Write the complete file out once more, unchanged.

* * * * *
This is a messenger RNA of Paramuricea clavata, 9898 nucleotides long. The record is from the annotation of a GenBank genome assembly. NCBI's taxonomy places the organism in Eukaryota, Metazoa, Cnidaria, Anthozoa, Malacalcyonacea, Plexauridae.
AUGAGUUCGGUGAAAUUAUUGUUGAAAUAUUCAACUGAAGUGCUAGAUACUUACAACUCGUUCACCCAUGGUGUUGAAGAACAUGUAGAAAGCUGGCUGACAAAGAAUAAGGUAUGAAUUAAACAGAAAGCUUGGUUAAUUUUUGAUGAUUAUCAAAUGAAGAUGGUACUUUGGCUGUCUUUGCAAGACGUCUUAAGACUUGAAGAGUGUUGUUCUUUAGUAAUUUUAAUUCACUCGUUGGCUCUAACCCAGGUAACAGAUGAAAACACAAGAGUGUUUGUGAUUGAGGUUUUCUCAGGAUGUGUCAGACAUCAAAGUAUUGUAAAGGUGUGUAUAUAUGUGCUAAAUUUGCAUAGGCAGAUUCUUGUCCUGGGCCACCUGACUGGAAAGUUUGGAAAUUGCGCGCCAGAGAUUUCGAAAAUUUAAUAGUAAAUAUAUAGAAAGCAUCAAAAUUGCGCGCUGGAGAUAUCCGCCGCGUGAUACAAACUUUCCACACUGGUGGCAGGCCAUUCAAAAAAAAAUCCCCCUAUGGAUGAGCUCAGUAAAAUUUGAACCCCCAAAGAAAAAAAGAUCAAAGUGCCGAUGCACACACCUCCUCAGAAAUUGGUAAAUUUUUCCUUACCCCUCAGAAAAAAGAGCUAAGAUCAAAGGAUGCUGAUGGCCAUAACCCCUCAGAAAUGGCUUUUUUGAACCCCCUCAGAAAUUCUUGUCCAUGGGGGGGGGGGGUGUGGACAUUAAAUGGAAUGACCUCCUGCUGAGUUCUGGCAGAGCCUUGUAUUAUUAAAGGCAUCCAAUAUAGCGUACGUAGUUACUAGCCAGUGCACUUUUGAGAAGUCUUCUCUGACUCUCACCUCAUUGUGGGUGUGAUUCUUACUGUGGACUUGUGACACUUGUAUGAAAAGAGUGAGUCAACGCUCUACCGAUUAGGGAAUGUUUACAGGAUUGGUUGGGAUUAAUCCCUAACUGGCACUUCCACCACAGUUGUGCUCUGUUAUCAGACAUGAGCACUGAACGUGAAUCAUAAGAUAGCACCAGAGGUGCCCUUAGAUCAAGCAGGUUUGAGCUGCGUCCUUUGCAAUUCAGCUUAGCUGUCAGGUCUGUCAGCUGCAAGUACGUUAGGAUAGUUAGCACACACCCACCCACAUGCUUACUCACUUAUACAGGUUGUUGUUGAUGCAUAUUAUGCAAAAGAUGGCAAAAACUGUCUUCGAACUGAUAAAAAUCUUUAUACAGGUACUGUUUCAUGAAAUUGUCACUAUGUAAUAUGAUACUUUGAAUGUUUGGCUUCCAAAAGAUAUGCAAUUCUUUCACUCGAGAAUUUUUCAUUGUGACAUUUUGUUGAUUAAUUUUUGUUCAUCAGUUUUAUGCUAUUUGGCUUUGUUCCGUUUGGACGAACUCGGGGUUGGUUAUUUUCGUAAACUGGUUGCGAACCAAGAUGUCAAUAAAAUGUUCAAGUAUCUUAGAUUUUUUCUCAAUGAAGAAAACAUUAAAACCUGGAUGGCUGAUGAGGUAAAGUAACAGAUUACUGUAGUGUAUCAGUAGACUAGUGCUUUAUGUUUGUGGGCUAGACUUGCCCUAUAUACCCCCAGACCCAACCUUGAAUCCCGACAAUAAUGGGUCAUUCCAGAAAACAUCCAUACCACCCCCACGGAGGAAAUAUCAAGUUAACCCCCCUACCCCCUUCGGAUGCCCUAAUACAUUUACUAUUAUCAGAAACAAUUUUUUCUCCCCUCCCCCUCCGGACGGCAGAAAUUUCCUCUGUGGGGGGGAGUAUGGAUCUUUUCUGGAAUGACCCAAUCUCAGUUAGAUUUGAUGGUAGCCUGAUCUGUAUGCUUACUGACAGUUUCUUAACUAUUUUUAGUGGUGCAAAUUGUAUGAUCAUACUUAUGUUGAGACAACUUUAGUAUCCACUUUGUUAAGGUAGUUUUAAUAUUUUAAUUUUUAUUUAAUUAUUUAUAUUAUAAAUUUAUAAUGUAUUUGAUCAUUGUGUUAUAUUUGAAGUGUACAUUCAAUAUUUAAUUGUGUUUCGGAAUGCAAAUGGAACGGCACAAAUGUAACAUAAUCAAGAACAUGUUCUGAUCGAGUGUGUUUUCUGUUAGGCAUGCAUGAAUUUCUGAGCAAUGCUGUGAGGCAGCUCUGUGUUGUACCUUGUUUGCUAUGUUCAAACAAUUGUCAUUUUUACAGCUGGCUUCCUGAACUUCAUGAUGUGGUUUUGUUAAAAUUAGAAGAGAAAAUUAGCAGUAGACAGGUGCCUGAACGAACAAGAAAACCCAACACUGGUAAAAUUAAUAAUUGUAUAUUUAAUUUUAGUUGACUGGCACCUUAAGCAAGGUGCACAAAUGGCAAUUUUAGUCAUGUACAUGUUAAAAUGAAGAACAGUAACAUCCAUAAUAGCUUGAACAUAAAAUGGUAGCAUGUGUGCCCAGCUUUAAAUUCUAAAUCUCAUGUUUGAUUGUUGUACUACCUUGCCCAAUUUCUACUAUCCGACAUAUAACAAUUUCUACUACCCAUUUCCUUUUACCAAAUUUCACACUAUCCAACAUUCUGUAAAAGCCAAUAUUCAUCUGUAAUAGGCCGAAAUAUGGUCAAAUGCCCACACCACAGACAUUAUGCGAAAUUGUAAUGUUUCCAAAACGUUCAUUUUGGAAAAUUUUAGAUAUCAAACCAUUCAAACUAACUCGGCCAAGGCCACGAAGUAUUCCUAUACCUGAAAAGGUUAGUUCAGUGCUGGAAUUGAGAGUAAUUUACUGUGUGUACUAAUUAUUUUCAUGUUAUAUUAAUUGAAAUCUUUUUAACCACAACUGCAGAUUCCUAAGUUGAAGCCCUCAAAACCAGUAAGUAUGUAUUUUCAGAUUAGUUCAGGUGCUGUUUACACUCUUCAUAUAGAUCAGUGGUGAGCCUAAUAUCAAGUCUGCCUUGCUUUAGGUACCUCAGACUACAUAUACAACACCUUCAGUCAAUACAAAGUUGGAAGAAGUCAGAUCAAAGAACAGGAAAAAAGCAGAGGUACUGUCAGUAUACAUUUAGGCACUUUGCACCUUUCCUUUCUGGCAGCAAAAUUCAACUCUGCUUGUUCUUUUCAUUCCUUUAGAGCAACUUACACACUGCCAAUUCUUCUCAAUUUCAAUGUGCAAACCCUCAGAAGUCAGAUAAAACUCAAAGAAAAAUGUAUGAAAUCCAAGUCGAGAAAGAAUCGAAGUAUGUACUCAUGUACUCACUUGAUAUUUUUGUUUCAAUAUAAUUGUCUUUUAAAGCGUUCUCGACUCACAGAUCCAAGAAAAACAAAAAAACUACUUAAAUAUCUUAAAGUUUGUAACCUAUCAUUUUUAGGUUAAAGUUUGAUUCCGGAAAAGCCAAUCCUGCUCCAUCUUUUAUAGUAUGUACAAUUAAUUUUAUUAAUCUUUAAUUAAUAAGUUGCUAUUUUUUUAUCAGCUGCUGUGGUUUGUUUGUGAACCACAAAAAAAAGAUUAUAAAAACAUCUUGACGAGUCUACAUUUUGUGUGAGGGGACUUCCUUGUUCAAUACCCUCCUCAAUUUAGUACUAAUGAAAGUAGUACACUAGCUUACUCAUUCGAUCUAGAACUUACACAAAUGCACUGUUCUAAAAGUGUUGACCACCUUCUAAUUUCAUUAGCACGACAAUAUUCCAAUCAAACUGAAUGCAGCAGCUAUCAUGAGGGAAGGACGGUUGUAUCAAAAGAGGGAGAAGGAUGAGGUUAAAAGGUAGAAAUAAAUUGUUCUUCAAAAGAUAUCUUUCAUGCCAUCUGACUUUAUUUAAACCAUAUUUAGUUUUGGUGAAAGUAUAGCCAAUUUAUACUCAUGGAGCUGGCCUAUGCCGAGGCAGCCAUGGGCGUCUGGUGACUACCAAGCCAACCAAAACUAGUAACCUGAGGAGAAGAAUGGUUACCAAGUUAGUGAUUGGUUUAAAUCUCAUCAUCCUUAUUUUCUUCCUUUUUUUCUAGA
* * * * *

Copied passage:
This is a messenger RNA of Paramuricea clavata, 9898 nucleotides long. The record is from the annotation of a GenBank genome assembly. NCBI's taxonomy places the organism in Eukaryota, Metazoa, Cnidaria, Anthozoa, Malacalcyonacea, Plexauridae.
AUGAGUUCGGUGAAAUUAUUGUUGAAAUAUUCAACUGAAGUGCUAGAUACUUACAACUCGUUCACCCAUGGUGUUGAAGAACAUGUAGAAAGCUGGCUGACAAAGAAUAAGGUAUGAAUUAAACAGAAAGCUUGGUUAAUUUUUGAUGAUUAUCAAAUGAAGAUGGUACUUUGGCUGUCUUUGCAAGACGUCUUAAGACUUGAAGAGUGUUGUUCUUUAGUAAUUUUAAUUCACUCGUUGGCUCUAACCCAGGUAACAGAUGAAAACACAAGAGUGUUUGUGAUUGAGGUUUUCUCAGGAUGUGUCAGACAUCAAAGUAUUGUAAAGGUGUGUAUAUAUGUGCUAAAUUUGCAUAGGCAGAUUCUUGUCCUGGGCCACCUGACUGGAAAGUUUGGAAAUUGCGCGCCAGAGAUUUCGAAAAUUUAAUAGUAAAUAUAUAGAAAGCAUCAAAAUUGCGCGCUGGAGAUAUCCGCCGCGUGAUACAAACUUUCCACACUGGUGGCAGGCCAUUCAAAAAAAAAUCCCCCUAUGGAUGAGCUCAGUAAAAUUUGAACCCCCAAAGAAAAAAAGAUCAAAGUGCCGAUGCACACACCUCCUCAGAAAUUGGUAAAUUUUUCCUUACCCCUCAGAAAAAAGAGCUAAGAUCAAAGGAUGCUGAUGGCCAUAACCCCUCAGAAAUGGCUUUUUUGAACCCCCUCAGAAAUUCUUGUCCAUGGGGGGGGGGGGUGUGGACAUUAAAUGGAAUGACCUCCUGCUGAGUUCUGGCAGAGCCUUGUAUUAUUAAAGGCAUCCAAUAUAGCGUACGUAGUUACUAGCCAGUGCACUUUUGAGAAGUCUUCUCUGACUCUCACCUCAUUGUGGGUGUGAUUCUUACUGUGGACUUGUGACACUUGUAUGAAAAGAGUGAGUCAACGCUCUACCGAUUAGGGAAUGUUUACAGGAUUGGUUGGGAUUAAUCCCUAACUGGCACUUCCACCACAGUUGUGCUCUGUUAUCAGACAUGAGCACUGAACGUGAAUCAUAAGAUAGCACCAGAGGUGCCCUUAGAUCAAGCAGGUUUGAGCUGCGUCCUUUGCAAUUCAGCUUAGCUGUCAGGUCUGUCAGCUGCAAGUACGUUAGGAUAGUUAGCACACACCCACCCACAUGCUUACUCACUUAUACAGGUUGUUGUUGAUGCAUAUUAUGCAAAAGAUGGCAAAAACUGUCUUCGAACUGAUAAAAAUCUUUAUACAGGUACUGUUUCAUGAAAUUGUCACUAUGUAAUAUGAUACUUUGAAUGUUUGGCUUCCAAAAGAUAUGCAAUUCUUUCACUCGAGAAUUUUUCAUUGUGACAUUUUGUUGAUUAAUUUUUGUUCAUCAGUUUUAUGCUAUUUGGCUUUGUUCCGUUUGGACGAACUCGGGGUUGGUUAUUUUCGUAAACUGGUUGCGAACCAAGAUGUCAAUAAAAUGUUCAAGUAUCUUAGAUUUUUUCUCAAUGAAGAAAACAUUAAAACCUGGAUGGCUGAUGAGGUAAAGUAACAGAUUACUGUAGUGUAUCAGUAGACUAGUGCUUUAUGUUUGUGGGCUAGACUUGCCCUAUAUACCCCCAGACCCAACCUUGAAUCCCGACAAUAAUGGGUCAUUCCAGAAAACAUCCAUACCACCCCCACGGAGGAAAUAUCAAGUUAACCCCCCUACCCCCUUCGGAUGCCCUAAUACAUUUACUAUUAUCAGAAACAAUUUUUUCUCCCCUCCCCCUCCGGACGGCAGAAAUUUCCUCUGUGGGGGGGAGUAUGGAUCUUUUCUGGAAUGACCCAAUCUCAGUUAGAUUUGAUGGUAGCCUGAUCUGUAUGCUUACUGACAGUUUCUUAACUAUUUUUAGUGGUGCAAAUUGUAUGAUCAUACUUAUGUUGAGACAACUUUAGUAUCCACUUUGUUAAGGUAGUUUUAAUAUUUUAAUUUUUAUUUAAUUAUUUAUAUUAUAAAUUUAUAAUGUAUUUGAUCAUUGUGUUAUAUUUGAAGUGUACAUUCAAUAUUUAAUUGUGUUUCGGAAUGCAAAUGGAACGGCACAAAUGUAACAUAAUCAAGAACAUGUUCUGAUCGAGUGUGUUUUCUGUUAGGCAUGCAUGAAUUUCUGAGCAAUGCUGUGAGGCAGCUCUGUGUUGUACCUUGUUUGCUAUGUUCAAACAAUUGUCAUUUUUACAGCUGGCUUCCUGAACUUCAUGAUGUGGUUUUGUUAAAAUUAGAAGAGAAAAUUAGCAGUAGACAGGUGCCUGAACGAACAAGAAAACCCAACACUGGUAAAAUUAAUAAUUGUAUAUUUAAUUUUAGUUGACUGGCACCUUAAGCAAGGUGCACAAAUGGCAAUUUUAGUCAUGUACAUGUUAAAAUGAAGAACAGUAACAUCCAUAAUAGCUUGAACAUAAAAUGGUAGCAUGUGUGCCCAGCUUUAAAUUCUAAAUCUCAUGUUUGAUUGUUGUACUACCUUGCCCAAUUUCUACUAUCCGACAUAUAACAAUUUCUACUACCCAUUUCCUUUUACCAAAUUUCACACUAUCCAACAUUCUGUAAAAGCCAAUAUUCAUCUGUAAUAGGCCGAAAUAUGGUCAAAUGCCCACACCACAGACAUUAUGCGAAAUUGUAAUGUUUCCAAAACGUUCAUUUUGGAAAAUUUUAGAUAUCAAACCAUUCAAACUAACUCGGCCAAGGCCACGAAGUAUUCCUAUACCUGAAAAGGUUAGUUCAGUGCUGGAAUUGAGAGUAAUUUACUGUGUGUACUAAUUAUUUUCAUGUUAUAUUAAUUGAAAUCUUUUUAACCACAACUGCAGAUUCCUAAGUUGAAGCCCUCAAAACCAGUAAGUAUGUAUUUUCAGAUUAGUUCAGGUGCUGUUUACACUCUUCAUAUAGAUCAGUGGUGAGCCUAAUAUCAAGUCUGCCUUGCUUUAGGUACCUCAGACUACAUAUACAACACCUUCAGUCAAUACAAAGUUGGAAGAAGUCAGAUCAAAGAACAGGAAAAAAGCAGAGGUACUGUCAGUAUACAUUUAGGCACUUUGCACCUUUCCUUUCUGGCAGCAAAAUUCAACUCUGCUUGUUCUUUUCAUUCCUUUAGAGCAACUUACACACUGCCAAUUCUUCUCAAUUUCAAUGUGCAAACCCUCAGAAGUCAGAUAAAACUCAAAGAAAAAUGUAUGAAAUCCAAGUCGAGAAAGAAUCGAAGUAUGUACUCAUGUACUCACUUGAUAUUUUUGUUUCAAUAUAAUUGUCUUUUAAAGCGUUCUCGACUCACAGAUCCAAGAAAAACAAAAAAACUACUUAAAUAUCUUAAAGUUUGUAACCUAUCAUUUUUAGGUUAAAGUUUGAUUCCGGAAAAGCCAAUCCUGCUCCAUCUUUUAUAGUAUGUACAAUUAAUUUUAUUAAUCUUUAAUUAAUAAGUUGCUAUUUUUUUAUCAGCUGCUGUGGUUUGUUUGUGAACCACAAAAAAAAGAUUAUAAAAACAUCUUGACGAGUCUACAUUUUGUGUGAGGGGACUUCCUUGUUCAAUACCCUCCUCAAUUUAGUACUAAUGAAAGUAGUACACUAGCUUACUCAUUCGAUCUAGAACUUACACAAAUGCACUGUUCUAAAAGUGUUGACCACCUUCUAAUUUCAUUAGCACGACAAUAUUCCAAUCAAACUGAAUGCAGCAGCUAUCAUGAGGGAAGGACGGUUGUAUCAAAAGAGGGAGAAGGAUGAGGUUAAAAGGUAGAAAUAAAUUGUUCUUCAAAAGAUAUCUUUCAUGCCAUCUGACUUUAUUUAAACCAUAUUUAGUUUUGGUGAAAGUAUAGCCAAUUUAUACUCAUGGAGCUGGCCUAUGCCGAGGCAGCCAUGGGCGUCUGGUGACUACCAAGCCAACCAAAACUAGUAACCUGAGGAGAAGAAUGGUUACCAAGUUAGUGAUUGGUUUAAAUCUCAUCAUCCUUAUUUUCUUCCUUUUUUUCUAGA